Project manager on the roof of the world
In 2002 Bo Belvedere Christensen arranged an expedition to an impassable and rarely visited area in Northeastern Nepal. The team had seen pictures of a mountain range with rows of sharp peaks and a challenging appearance, but the members of the expedition had no idea how they would reach the mountains: They had three different maps showing three different landscapes. When they gathered each morning, they became explorers on their way into unknown territory. Their mission was to scale a mountain located at the edge of the area in order to compare reality with what was depicted in the three maps. This would allow them to report the actual appearance of the landscape and plan a route to the mountain.
”It was a completely unique experience: journeying through valleys with no trace of human existence. No one had ever walked there before me. Reaching the mountain and the attempt to find a way up. And finally, after three attempts, becoming the first person to set foot on the peak!”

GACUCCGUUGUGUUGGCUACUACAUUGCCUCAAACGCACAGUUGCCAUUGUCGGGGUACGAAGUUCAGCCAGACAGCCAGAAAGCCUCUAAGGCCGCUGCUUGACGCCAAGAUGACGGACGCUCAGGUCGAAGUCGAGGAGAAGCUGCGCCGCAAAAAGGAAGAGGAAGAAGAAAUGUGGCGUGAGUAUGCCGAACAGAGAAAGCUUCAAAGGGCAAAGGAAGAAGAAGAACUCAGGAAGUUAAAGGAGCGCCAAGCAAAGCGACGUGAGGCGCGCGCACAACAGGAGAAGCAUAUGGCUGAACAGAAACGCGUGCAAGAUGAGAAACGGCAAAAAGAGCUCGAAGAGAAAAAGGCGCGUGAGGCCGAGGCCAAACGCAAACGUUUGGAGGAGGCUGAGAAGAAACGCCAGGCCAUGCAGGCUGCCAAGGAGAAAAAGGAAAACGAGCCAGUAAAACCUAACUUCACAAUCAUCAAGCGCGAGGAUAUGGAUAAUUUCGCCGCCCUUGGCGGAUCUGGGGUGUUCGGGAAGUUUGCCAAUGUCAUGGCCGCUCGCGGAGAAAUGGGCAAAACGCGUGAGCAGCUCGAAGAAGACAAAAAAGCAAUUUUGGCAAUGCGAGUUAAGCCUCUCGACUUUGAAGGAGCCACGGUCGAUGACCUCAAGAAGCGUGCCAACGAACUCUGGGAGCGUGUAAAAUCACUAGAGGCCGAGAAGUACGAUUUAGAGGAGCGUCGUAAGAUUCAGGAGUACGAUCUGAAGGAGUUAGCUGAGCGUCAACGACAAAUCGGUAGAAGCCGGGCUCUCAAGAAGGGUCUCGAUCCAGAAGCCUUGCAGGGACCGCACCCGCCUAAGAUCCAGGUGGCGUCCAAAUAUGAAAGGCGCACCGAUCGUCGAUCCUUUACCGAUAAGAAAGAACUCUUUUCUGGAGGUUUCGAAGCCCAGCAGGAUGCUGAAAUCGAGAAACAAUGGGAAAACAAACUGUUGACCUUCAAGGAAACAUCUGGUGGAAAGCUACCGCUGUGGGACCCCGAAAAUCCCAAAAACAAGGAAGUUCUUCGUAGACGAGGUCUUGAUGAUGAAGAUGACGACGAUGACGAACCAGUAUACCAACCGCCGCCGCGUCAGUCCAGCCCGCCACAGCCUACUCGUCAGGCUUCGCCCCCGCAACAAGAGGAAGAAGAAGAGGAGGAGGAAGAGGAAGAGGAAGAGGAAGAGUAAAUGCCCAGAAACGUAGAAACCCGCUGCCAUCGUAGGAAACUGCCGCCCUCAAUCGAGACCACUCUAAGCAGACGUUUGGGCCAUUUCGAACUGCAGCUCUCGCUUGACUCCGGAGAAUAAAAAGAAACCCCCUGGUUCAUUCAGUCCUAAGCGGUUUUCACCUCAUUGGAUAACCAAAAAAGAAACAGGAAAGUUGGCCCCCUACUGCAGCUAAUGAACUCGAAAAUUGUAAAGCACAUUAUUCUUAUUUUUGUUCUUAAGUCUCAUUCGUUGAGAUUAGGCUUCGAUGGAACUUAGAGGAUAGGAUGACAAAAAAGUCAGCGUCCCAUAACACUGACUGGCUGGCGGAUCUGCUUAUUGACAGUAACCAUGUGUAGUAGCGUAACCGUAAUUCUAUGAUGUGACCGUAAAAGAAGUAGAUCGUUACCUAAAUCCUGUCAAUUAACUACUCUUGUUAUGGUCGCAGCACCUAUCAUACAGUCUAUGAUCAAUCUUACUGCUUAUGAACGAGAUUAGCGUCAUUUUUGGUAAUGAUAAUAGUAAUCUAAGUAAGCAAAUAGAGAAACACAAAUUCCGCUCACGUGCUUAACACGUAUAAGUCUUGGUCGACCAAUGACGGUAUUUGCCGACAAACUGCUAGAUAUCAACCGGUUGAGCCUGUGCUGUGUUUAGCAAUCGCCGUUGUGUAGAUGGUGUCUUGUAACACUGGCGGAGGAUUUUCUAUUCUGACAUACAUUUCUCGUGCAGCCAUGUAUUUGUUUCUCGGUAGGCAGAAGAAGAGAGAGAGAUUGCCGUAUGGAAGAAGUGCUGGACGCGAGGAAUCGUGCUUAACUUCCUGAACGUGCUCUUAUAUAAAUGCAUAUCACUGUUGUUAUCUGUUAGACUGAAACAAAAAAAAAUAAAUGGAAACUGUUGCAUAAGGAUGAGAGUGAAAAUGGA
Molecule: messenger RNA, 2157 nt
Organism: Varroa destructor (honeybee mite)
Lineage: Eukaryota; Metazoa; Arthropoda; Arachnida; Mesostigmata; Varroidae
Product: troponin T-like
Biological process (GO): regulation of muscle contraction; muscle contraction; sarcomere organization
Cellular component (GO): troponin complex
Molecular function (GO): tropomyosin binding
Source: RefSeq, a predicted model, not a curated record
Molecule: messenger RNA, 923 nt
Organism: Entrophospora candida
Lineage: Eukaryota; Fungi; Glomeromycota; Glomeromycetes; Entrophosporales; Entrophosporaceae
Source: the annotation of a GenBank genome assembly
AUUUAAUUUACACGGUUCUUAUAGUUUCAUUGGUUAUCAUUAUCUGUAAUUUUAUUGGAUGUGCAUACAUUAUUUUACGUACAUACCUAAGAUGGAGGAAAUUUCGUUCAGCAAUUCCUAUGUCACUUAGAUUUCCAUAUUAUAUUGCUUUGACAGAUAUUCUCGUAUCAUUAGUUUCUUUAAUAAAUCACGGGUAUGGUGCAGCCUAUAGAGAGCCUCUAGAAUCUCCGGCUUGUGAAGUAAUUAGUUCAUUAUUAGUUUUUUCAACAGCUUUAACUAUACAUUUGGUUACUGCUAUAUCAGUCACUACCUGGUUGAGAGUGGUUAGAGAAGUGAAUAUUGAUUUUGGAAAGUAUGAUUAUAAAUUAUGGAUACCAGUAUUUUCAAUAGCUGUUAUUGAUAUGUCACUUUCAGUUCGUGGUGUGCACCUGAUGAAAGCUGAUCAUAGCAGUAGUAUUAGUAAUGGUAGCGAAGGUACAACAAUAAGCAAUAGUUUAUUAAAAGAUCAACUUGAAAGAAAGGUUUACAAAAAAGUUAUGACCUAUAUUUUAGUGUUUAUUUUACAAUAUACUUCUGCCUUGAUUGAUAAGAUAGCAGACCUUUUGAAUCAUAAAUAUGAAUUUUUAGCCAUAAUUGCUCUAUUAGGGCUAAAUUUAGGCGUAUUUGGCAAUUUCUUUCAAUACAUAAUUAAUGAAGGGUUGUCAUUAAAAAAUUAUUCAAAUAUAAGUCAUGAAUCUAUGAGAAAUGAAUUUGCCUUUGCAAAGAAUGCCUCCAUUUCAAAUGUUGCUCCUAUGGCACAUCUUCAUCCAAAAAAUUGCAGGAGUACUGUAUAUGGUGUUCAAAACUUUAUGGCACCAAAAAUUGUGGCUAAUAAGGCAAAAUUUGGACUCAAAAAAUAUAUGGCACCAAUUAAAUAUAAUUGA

For Bo Belvedere Christensen, the best experiences were the expeditions themselves, where he and the rest of his team had no idea what they would encounter.
”The same goes for IT projects. I’m at my best when we’re on shaky ground and must build a foundation on which to move forward. It’s probably one of the reasons that I’m often involved in preparing business plans for new business areas.”
The calculated risk
For his mountain projects, Bo Belvedere Christensen minimizes the risk of potential crises with the help of meticulous advance planning. But in order to achieve success, mountain climbers must sometimes work with an element of calculated risk. This is where Bo’s competitive advantage as a project manager comes into play. That’s because he has transferred this way of thinking to his projects at work.